Alexander VI

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Alexander VI,

1431?–1503, pope (1492–1503), a Spaniard (b. Játiva) named Rodrigo de Borja or, in Italian, Rodrigo Borgia; successor of Innocent VIII. He took Borja as his surname from his mother's brother Alfonso, who was Pope Calixtus III. Rodrigo became cardinal (1456), vice chancellor of the Roman Church (1457), and dean of the sacred college (1476). Cardinal Borgia had four illegitimate children by a Roman woman, Vannozza; among them were Cesare and Lucrezia Borgia. Alexander was elected by a corrupt conclave. The foreign relations during his papacy were dominated by the increasing influence of France in Italy, which culminated in the invasion of Charles VIII in 1494. Alexander prevented Charles from taking the church property in Rome, but he turned over to the French the valuable Ottoman hostage Djem, brother of Sultan Beyazid IIBeyazid II,
1447–1513, Ottoman sultan (1481–1512), son and successor of Muhammad II to the throne of the Ottoman Empire (Turkey). With the help of the corps of Janissaries he put down the revolt of his brother Jem.
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. Alexander's son, Cesare Borgia, was the principal leader in papal affairs, and papal resources were spent lavishly in building up Cesare's power. For his daughter Lucrezia, Alexander arranged suitable marriages. The favoritism shown his children and the lax moral tone of Renaissance Rome as well as the unscrupulous methods employed by Cesare and other papal officials have made Alexander's name the symbol of the worldly irreligion of Renaissance popes. Girolamo SavonarolaSavonarola, Girolamo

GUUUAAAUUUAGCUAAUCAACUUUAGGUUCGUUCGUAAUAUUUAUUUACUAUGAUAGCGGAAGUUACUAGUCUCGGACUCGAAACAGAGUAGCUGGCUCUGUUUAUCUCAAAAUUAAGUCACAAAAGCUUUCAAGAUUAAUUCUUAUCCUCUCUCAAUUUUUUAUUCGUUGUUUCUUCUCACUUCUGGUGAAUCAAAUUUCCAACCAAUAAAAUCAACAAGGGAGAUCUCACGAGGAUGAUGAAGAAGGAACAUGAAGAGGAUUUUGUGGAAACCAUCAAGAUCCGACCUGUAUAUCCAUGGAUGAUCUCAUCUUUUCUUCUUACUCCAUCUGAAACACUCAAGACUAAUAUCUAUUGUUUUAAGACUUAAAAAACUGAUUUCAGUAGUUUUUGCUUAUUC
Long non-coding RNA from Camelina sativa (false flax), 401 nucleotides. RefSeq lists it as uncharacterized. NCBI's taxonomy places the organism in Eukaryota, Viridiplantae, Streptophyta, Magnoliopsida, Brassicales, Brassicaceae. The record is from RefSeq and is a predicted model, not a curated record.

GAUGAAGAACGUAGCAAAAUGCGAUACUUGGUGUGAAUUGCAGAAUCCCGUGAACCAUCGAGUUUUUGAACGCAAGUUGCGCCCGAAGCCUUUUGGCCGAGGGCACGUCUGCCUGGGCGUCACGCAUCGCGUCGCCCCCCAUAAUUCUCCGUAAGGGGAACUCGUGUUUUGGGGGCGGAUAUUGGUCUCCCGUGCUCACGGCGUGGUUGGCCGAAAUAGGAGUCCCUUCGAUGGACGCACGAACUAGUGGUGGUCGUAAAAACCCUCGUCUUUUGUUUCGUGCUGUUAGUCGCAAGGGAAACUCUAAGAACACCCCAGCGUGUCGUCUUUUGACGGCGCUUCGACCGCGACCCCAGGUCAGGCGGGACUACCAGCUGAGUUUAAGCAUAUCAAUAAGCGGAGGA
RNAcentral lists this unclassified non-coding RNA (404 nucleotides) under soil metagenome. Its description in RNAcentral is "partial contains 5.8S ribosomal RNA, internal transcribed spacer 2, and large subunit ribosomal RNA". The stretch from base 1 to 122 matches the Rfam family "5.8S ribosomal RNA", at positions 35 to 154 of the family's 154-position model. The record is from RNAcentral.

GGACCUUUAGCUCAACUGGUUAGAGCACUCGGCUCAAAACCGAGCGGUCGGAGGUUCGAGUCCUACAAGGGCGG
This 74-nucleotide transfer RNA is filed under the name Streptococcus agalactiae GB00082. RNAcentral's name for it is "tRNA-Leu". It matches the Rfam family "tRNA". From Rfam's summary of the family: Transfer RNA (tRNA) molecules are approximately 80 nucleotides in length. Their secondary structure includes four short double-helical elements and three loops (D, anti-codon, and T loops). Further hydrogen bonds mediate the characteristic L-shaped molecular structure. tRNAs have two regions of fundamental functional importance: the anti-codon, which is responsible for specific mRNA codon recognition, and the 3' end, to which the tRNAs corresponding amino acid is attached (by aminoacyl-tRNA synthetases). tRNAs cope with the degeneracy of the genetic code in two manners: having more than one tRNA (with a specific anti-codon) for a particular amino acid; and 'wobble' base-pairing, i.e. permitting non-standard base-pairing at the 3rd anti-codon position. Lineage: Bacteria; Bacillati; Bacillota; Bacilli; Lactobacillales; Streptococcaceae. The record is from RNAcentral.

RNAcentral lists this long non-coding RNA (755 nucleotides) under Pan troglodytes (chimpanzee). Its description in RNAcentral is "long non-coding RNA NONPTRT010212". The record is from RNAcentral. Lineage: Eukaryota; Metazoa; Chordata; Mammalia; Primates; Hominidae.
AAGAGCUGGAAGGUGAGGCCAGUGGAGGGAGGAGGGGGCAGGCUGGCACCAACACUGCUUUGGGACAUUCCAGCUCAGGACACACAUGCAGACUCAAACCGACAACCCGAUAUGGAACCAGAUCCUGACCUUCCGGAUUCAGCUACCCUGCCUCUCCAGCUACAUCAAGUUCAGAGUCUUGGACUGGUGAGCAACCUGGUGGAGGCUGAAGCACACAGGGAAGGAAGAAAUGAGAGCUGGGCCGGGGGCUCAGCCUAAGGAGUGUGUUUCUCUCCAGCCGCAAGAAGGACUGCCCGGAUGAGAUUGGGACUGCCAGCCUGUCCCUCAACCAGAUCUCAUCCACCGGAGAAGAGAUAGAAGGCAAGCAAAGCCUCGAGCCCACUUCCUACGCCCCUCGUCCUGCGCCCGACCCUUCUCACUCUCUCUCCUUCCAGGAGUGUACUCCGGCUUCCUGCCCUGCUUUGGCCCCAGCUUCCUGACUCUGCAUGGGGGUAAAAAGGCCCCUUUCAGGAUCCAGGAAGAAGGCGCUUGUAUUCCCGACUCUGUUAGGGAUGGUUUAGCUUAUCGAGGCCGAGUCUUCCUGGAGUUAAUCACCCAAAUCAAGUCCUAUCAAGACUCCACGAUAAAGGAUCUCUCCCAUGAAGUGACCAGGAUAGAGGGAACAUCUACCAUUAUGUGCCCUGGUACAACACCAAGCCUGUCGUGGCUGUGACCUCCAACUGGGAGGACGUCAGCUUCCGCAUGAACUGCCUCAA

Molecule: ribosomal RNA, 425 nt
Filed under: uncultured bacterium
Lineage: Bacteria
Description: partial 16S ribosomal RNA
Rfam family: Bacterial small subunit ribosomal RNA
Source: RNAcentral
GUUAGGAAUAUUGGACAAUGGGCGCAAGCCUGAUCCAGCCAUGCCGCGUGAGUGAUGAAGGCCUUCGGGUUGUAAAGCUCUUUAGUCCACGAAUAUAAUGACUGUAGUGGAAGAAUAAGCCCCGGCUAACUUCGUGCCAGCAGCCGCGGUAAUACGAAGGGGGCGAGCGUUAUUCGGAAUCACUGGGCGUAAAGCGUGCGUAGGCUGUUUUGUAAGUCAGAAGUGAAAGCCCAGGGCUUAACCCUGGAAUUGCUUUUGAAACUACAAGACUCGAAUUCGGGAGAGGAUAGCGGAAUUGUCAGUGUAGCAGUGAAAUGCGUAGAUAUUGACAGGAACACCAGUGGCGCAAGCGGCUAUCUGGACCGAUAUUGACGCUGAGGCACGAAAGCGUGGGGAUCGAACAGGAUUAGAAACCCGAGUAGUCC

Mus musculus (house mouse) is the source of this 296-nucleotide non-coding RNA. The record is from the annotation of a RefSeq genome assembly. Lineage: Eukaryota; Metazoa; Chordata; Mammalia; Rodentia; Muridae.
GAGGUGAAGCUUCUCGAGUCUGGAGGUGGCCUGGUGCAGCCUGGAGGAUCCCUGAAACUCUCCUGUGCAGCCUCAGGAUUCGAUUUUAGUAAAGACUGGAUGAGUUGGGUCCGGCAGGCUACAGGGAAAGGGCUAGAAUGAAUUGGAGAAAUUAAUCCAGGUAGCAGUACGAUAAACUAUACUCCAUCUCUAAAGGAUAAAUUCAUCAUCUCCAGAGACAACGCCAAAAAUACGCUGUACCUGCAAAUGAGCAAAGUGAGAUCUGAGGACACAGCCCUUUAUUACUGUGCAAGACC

, 1452–98, Italian religious reformer, b. Ferrara. He joined (1475) the Dominicans. In 1481 he went to San Marco, the Dominican house at Florence, where he became popular for his eloquent sermons, in which he attacked the vice and worldliness of the
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 was an outspoken opponent and critic of Alexander. Recent studies tend to minimize the pope's immorality and stress his solid achievements as a political strategist and church administrator. It was Alexander who proclaimed the line of demarcation that awarded part of the new discoveries in the world to Spain, part to Portugal (see Tordesillas, Treaty ofTordesillas, Treaty of
, 1494, agreement signed at Tordesillas, Spain, by which Spain and Portugal divided the non-Christian world into two zones of influence. In principle the treaty followed the papal bull issued in 1493 by Pope Alexander VI, which fixed the demarcation line
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). Alexander was a munificent patron of the arts. He was succeeded by Pius III.

Alexander VI

 

(secular name, Rodrigo Borgia). Born circa 1431; died Aug. 18, 1503. Roman pope from 1492.

Alexander became pope by bribing the majority of the cardinals. Attempting to create a strong state in the center of Italy (as a possession of the Borgia family), he supported the aggressive plans of his son Cesare Borgia. To secure these plans, Alexander resorted to extensive sales of church offices, collections of tithes for crusades, and confiscation of the property of many rich people. He eliminated his political enemies by poison and stabbing. In 1497 he excommunicated and then brought about the execution of Savonarola, who had demanded the deposition of the criminal and debauched pope. At the start of the Italian wars (1494–1559), Alexander alternately supported both sides, depending on the personal advantage he could reap.

Alexander VI

Borgia pope infamous for licentiousness and debauchery. [Ital. Hist.: Plumb, 219–220]

Alexander VI

original name Rodrigo Borgia. 1431--1503, pope (1492--1503): noted for his extravagance and immorality as well as for his patronage of the arts; father of Cesare and Lucrezia Borgia, with whom he is said to have committed incest